Abies and Pseudotsuga: Not To Be Confused With Christmas Trees!

Today came the turn of Eli’s closest relatives-Pseudotsuga and Abies-to be identified.

Trappings Of Pseudotsuga

The bark is brownish-gray, thick, with deep longitudinal cracks. Branch is directed horizontally and randomly on the ends hang, the crown is quite delicate. The leaves are relatively soft, flat, with a rounded end and two whitish oral strips below.

To distinguish Pseudotsuga from the Christmas tree, just look at the ground and see the bump. Hanging, like spruce, cones have a kind of arrangement: scales, which directly covers the seed (covering), long and protrudes Trident tongue from under the rounded woody (seed), which actually forms a lump.

Abies and Pseudotsuga: Not To Be Confused With Christmas Trees!

Types and varieties Pseudotsuga

With absolute probability will meet P. menziesii, aka P. douglasii. This is the most common of the North American species, which forms a huge forest on the West coast of Canada and the United States. It is adjoined both geographically and systematically by several other species — very similar and often combined with it. Among them there are both greenish and blue.

Among the latter-P. glauca. It is often seen simply as the blue form of P. douglasii, found in the Rocky mountains. The grades made from it are especially decorative:

  • large ‘Blue Wonder’ has a well-defined color;
  • ‘Compacta’ combines different clones into a cushion;
  • the ‘Elegans’ emphasizes irregular branching, which gives it a special grace;
  • in varieties ‘Fastigiata’ branches lifted up;
  • in ‘Glauca Pendula’ – on the contrary, the branches hang down;
  • widespread low (up to 2 m) ‘Fletcheri’ – shapeless, wide, with long thick branches;
  • ‘Pannonia’ is a dwarf ‘slow’ shape.

Trappings Of Abies

The bark of most species is gray and smooth to Shine, which allows even at a distance to distinguish Abies from the Christmas tree. At close examination on the bark noticeable bumps, under which the resin is stored. The branches stick out sideways and are usually floors.

Needles are of two types. On vegetative shoots it is flat, wide, with a rounded or even notched end and two white stomatal strips from below; on pineal shoots – tetrahedral with strips on all sides.

Abies and Pseudotsuga: Not To Be Confused With Christmas Trees!

To see the lump Abies, it is useless to look at the ground where it will never detect. We should look upstairs. Abies cones stick out like thick candles. Small and sharp covert scales are visible from under the wide densely Packed seed. But the cone reaches the ground in a disassembled state: its rod remains sticking out, and the scales and winged seeds crumble around.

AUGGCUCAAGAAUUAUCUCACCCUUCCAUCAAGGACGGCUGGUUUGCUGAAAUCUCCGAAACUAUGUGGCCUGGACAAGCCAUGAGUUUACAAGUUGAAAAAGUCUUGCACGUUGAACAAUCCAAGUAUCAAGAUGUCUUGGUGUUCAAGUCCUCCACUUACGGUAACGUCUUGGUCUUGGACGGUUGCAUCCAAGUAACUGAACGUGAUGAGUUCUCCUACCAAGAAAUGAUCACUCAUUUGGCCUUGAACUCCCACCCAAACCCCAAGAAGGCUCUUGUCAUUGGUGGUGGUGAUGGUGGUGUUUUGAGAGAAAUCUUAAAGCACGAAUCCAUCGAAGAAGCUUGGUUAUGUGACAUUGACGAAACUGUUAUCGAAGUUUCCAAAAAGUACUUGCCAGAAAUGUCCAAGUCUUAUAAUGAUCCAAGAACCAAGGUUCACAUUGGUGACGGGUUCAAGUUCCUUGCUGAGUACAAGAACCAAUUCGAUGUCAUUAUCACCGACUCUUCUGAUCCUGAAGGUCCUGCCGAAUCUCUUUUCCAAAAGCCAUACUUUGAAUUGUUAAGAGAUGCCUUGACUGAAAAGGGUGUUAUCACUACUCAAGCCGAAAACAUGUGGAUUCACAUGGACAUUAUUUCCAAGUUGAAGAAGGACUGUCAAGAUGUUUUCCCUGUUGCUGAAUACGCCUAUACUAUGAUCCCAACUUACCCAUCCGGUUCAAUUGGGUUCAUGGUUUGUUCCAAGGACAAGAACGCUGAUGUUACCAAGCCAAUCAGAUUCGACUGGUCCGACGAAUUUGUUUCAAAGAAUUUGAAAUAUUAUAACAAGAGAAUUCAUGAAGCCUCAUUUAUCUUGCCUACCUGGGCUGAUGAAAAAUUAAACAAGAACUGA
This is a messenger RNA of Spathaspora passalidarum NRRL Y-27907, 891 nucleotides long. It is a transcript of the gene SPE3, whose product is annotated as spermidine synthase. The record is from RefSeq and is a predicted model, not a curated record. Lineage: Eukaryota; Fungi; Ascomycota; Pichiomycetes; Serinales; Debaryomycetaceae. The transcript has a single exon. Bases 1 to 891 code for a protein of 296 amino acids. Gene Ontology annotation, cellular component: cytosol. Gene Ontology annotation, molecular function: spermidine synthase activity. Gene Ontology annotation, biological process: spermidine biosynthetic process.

The types and varieties of Abies

Abies are generally very nice group of conifers, and many of them are blue. The most common (in culture) and reliable – A. concolor, found from Colorado to Mexico. Its long needles (4-6 cm) are solidly painted on the top and bottom, but are rather chaotic for usually neat Abies. But even though the weak nature of the attempt to run a comb through it, twisting slightly forward and upward. It has many varieties:

  • especially strong blue, even silvery shade has needles grade ‘Violacea’, additionally decorated with purple cones; this is the silver among the Abies;
  • good large variety – ‘Candicans’ (‘Argentea’);
  • among the low varieties stands out ‘Compacta’ (‘Glauca Compacta’);
  • narrow cones have ‘Conica’ and ‘Fastigiata’;
  • hanging branches for ‘Blue Cloak’ and ‘Fagerhult’;
  • as small shapeless witches brooms look ‘Masonic Broom’ and ‘Piggelmee’, etc.

Abies koreana lives in the mountains of South Korea. One of the cutest little Abies. Extremely accurate: shiny short (up to 2 cm) leaves, expanded and rounded at the end, thickly and evenly cover the branch; crown dense, smooth. As an accessory attached purple cones. True, its wild shape is dark green, but some varieties can be called silver — so diligently they Unscrew the needles, showing white oral strips: it’s ‘Silberlocke’, which can be propagated by seeds, and ‘Silver Show’.

Abies and Pseudotsuga: Not To Be Confused With Christmas Trees!

Abies lasiocarpa, which occupies the subalpine zone in the mountains in the West of North America, except for the light silver bark has, among other delights, a bluish tinge of rearing needles. This color is especially pronounced in varieties ‘Compacta’ – dwarf dense pyramid.

Reproduction by seeds

Is it possible to reproduce the blue “Christmas tree” somehow, except for cutting and grafting-ways not always available to the Amateur? If there is no radiculitis, in October you can gather up the scattered seeds of Abies. Fir Pseudotsuga cones and dried, the seeds shake out. They can germinate without stratification-in spring sowing,but the best germination after stratification 1-1.5 months. You can sow directly into the ground later in the fall or in the box at the end of winter and buried under the snow.

Seeds in many species are photosensitive, so much to fill them is not recommended. Germination is generally low, especially in Abies and Pseudotsuga (less than half of the seeds germinate). If blue forms were sown, then only part of the seedlings will be of the desired color, and in different instances it will be expressed in different degrees.

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